Diet Saboteurs

We have all heard the famous quote “Insanity is doing the same thing over and over again and expecting a different result”. It certainly describes society’s weight loss efforts.            People often boast they are eating well and exercising regularly, but they’re frustrated that the scale and pant size won’t budge. For every ridiculous diet that falls out of favor, a new one is born. While all of them have markedly different calorie control, they all share a common theme: In order to lose weight, you have to suffer. Without even knowing it, people are falling prey to one or more surprising acts of food sabotage. While a daily Krispy Kreme habit isn’t good middle management, a lot of less obvious pitfalls can easily sneak into a diet and cause calorie overload. Read on to learn easy strategies for steering clear of these stealth dietary missteps.

There is an underlying belief that success resides in willpower, in under-eating and over-exercising. Dieting is not about willpower. If it were about willpower or about just wanting it badly enough, the world would be skinny. Successful weight management is about change and beliefs. We are taught to believe that diets work and it’s we who fail. Could it be that the fault for our never-ending dieting failures doesn’t lie with us as individuals, but rather with how we approach dieting as a whole?

People believe that exercise is the sole answer to weight loss. While there’s no behavior more important to overall health than exercise, in the real world exercise doesn’t drive weight loss.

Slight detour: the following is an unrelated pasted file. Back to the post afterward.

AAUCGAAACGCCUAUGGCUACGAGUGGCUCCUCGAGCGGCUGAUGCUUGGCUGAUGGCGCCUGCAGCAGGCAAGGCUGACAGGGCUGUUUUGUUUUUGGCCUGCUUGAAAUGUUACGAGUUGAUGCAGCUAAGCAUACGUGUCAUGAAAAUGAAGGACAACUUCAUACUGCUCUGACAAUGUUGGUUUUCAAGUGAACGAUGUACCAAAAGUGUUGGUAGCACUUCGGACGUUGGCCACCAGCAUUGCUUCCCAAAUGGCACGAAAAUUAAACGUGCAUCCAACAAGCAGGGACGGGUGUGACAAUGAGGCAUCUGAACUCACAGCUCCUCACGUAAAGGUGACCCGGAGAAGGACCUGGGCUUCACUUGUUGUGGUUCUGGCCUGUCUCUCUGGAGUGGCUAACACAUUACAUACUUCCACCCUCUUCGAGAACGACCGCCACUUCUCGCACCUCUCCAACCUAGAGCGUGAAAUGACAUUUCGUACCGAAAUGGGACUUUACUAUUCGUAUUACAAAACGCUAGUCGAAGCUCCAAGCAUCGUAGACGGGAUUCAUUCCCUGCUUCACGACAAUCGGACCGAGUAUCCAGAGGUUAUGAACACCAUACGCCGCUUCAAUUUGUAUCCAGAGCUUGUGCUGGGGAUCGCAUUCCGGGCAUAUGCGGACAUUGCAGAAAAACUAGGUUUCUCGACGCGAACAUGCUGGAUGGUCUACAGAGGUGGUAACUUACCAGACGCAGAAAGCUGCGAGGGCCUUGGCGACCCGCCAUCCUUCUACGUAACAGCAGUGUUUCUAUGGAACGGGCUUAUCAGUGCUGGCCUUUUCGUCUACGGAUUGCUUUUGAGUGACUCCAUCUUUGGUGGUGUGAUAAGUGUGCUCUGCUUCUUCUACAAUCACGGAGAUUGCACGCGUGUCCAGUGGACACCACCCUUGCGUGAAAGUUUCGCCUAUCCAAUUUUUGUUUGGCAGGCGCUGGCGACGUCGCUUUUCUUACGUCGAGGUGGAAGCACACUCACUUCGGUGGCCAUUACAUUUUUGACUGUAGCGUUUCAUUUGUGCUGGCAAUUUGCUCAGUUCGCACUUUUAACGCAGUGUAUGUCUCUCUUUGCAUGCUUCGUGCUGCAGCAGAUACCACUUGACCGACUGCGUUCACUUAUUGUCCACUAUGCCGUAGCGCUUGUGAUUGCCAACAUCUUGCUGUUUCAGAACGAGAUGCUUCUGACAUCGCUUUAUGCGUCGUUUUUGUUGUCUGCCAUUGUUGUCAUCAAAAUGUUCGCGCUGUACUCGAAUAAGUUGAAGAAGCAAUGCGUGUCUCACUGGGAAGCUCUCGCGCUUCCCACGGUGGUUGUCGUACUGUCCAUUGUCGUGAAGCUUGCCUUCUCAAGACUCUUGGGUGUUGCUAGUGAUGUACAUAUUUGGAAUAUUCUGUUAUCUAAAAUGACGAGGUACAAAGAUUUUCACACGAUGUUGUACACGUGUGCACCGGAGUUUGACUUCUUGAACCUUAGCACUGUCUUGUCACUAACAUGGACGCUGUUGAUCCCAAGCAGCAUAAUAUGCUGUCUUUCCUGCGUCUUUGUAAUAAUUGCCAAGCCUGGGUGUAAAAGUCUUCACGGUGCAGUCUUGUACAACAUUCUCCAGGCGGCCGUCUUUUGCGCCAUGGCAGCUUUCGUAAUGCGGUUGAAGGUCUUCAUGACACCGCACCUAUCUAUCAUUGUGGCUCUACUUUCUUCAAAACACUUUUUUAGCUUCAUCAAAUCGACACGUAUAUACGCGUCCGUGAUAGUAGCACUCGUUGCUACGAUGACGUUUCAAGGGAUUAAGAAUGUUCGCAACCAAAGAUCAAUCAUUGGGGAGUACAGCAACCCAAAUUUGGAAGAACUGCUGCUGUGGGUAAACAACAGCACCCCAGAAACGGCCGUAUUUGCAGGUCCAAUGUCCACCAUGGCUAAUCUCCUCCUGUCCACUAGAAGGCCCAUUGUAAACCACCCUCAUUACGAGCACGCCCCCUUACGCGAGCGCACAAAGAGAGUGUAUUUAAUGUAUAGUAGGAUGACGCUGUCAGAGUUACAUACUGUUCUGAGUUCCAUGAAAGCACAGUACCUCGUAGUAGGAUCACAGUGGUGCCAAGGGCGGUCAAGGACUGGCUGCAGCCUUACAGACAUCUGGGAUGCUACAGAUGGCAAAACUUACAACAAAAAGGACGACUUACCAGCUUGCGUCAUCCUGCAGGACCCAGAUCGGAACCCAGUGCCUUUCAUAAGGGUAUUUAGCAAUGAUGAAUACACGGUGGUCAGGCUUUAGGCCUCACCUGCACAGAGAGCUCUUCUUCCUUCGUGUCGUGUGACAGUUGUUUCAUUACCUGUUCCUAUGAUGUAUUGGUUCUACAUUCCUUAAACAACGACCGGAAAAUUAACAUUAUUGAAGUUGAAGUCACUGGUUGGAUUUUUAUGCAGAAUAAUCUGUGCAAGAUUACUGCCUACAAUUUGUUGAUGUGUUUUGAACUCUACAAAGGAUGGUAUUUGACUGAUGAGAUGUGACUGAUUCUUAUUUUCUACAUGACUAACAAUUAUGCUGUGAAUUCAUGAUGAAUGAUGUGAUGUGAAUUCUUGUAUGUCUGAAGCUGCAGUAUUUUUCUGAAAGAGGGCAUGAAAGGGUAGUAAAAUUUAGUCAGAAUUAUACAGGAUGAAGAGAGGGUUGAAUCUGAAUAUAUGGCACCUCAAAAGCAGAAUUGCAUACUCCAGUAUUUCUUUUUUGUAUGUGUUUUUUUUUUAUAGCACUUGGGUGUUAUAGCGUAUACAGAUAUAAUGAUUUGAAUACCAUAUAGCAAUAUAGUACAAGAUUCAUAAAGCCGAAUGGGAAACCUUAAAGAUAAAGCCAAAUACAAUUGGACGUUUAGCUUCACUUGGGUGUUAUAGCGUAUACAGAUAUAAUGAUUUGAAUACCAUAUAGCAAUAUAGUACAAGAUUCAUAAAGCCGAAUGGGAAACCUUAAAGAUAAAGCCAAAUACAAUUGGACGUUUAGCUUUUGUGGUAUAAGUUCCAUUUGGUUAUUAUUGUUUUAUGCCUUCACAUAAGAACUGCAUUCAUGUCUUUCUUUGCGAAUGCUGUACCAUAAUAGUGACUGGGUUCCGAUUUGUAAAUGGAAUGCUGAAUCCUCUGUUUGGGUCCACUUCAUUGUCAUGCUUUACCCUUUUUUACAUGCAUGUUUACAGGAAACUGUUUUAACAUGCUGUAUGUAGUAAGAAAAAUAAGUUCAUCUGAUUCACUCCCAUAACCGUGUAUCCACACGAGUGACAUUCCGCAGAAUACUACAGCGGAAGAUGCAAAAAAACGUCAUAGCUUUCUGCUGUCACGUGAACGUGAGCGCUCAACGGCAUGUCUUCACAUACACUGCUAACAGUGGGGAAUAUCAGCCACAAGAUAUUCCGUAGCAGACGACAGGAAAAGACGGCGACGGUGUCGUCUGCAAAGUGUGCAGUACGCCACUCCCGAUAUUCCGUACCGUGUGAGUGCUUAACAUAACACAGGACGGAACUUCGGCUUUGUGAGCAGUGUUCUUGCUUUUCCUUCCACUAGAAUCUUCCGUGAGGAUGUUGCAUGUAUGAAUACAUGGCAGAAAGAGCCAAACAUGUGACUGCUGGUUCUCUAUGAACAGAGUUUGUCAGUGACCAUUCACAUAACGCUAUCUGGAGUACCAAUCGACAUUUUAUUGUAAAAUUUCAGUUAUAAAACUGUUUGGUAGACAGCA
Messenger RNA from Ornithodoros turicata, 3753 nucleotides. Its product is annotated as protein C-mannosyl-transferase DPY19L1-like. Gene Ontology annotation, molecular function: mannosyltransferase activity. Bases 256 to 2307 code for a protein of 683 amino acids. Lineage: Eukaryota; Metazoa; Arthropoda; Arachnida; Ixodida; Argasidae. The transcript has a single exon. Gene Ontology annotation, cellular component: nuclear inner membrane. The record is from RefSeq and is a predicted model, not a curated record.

While exercise may lead us to unknowingly consume more calories as a reward for our exertion than the calories we burned exercising, there is no doubt that exercise does us many good services; and it’s no myth that exercise helps us keep weight off. While exercise alone is unlikely to lead to any dramatic weight loss, we know that without exercise we’re far more likely to regain whatever weight we’ve lost.

Many people see the weekend as a time to cheat on their diets, but those who let their guard down too much could ruin their overall eating plan. A 2014 study in the journal of Obesity found that people who ate 30% more food than they needed over a 2-day period experienced more cravings and hunger on subsequent days than those who took in a quantity of calories closer to their daily energy requirements. The people who stuffed themselves reported a worse mood and took fewer steps per day. So a weekend of gluttony could hinder weight loss efforts.